Why are multiple diagnoses common with mental disorders?
It's common for people who have one mental illness to be diagnosed with two more. For example, people with depression usually also have anxiety disorder and/or schizophrenia. Such patients tend to feel unlucky. "Why me?" they might ask.
But quite interestingly and rather fortunately, such people are not even the exception. They are the norm. In fact, more than 50% of people diagnosed with one mental illness will later be diagnosed with another one or two.
But why do I consider it fortunate?
Treating multiple disorders at once is challenging. They most times require different drugs, approaches, etc.
But here's what a new study shows: subsets of mental disorders—including depression and anxiety; bipolar and schizophrenia; OCD and anorexia nervosa—share a common genetic architecture.
What does that mean?
Say, you have a cold. Chances are you'd experience cough, sneezing, and aching joints. But would you want to be diagnosed with a coughing disorder, sneezing, and aching disorder in addition to a cold disorder? Of course not. That's because the others are merely symptoms, or subsets, of the cold. They all share the same architecture.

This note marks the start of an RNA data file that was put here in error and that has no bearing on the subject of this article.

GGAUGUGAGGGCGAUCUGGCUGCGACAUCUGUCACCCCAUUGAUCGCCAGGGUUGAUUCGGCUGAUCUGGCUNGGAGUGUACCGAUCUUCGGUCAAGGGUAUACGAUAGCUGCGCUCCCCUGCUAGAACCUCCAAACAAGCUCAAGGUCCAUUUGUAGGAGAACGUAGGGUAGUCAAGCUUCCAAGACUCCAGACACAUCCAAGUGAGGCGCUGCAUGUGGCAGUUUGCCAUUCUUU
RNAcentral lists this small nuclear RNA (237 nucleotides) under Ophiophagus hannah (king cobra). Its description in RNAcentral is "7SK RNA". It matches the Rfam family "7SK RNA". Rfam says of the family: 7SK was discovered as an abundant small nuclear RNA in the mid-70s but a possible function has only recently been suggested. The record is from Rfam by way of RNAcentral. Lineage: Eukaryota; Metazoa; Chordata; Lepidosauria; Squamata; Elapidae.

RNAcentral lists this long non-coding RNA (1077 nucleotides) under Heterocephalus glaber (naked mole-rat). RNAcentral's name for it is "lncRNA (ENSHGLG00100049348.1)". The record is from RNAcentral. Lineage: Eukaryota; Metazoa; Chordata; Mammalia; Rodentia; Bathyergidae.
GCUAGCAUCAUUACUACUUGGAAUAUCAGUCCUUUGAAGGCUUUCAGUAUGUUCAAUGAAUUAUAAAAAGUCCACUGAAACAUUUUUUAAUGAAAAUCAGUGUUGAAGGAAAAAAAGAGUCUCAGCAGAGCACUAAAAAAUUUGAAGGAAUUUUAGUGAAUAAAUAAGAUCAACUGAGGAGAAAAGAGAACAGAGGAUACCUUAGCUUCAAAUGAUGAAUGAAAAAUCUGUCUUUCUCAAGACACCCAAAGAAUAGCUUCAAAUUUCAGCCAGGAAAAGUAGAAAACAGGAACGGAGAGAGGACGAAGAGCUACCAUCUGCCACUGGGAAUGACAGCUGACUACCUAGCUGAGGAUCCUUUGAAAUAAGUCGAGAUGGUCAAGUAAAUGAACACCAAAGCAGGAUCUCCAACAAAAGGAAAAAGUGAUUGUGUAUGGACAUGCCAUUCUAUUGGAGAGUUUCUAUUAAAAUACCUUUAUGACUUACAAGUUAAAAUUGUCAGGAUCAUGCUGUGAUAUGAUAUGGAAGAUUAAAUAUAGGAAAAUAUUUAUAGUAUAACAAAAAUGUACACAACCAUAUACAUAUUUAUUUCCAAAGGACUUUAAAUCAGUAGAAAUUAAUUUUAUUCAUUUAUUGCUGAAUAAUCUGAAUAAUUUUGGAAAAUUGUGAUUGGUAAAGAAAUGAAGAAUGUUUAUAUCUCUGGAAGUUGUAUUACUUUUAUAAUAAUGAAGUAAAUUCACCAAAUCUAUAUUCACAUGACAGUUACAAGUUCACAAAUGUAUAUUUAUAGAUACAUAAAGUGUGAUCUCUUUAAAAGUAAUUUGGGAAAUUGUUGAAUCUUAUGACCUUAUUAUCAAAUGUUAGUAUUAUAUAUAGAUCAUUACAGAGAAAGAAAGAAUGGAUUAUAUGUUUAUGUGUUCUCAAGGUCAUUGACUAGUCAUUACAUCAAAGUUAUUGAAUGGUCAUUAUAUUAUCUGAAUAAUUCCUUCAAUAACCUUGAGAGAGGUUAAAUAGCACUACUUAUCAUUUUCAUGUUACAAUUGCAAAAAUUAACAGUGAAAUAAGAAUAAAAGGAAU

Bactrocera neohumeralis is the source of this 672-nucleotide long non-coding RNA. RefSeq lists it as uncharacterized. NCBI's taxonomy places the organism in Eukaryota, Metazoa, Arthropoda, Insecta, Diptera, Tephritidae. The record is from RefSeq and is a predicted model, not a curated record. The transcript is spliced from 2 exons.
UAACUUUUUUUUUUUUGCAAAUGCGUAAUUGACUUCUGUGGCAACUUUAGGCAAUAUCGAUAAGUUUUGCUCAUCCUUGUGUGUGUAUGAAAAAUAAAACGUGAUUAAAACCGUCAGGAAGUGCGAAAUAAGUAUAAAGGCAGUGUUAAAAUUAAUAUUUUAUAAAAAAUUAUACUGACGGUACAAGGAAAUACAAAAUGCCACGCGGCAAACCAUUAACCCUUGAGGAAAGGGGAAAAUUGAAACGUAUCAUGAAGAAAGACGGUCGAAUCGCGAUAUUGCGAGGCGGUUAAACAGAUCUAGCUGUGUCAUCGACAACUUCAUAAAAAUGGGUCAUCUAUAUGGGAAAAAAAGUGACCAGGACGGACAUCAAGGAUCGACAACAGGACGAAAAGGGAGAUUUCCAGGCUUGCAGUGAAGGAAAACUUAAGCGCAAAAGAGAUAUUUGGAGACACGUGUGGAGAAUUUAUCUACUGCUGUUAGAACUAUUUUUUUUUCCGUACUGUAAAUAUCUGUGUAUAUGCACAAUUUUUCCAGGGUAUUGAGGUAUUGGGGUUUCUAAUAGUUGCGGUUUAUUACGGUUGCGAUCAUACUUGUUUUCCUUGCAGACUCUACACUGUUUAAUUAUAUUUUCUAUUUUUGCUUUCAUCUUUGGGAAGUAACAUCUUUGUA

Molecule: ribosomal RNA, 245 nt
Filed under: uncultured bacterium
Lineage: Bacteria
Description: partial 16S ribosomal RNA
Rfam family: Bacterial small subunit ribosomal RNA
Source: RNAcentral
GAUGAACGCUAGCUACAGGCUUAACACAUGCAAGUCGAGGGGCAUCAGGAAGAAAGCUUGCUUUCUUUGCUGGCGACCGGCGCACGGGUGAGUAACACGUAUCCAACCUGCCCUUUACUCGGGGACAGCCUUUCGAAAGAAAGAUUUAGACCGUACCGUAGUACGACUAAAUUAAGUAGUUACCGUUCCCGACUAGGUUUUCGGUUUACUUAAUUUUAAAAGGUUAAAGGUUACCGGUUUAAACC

Meaning if you treat the cold, you'd be inadvertently treating the sneezing and aching knees as well.
And that's why the comorbidity among mental disorders is rather fortunate.
If two comorbid mental disorders share the same genetic architecture, it would be easier to treat both of them at once. It would be a case of killing two birds with one stone.
In the study, the researchers found that bipolar disorder and schizophrenia share 70% of the same genetic signal. There's also a very large overlap between major depressive and anxiety disorders.
More on the research here.
If you've been feeling unlucky for having two or more mental issues at the same time, hopefully, this news will bring you a sigh of relief.
In the near future, we could be seeing more targeted treatments that could help address those conditions with one single therapy. What's more, that will make the treatment easier on you, won't it? Fewer meds, name it.
We can help
While more research needs to be done, why wait? No matter the psychiatric issue you're facing, we want to help you fight back and regain your quality of life. Come, let's talk.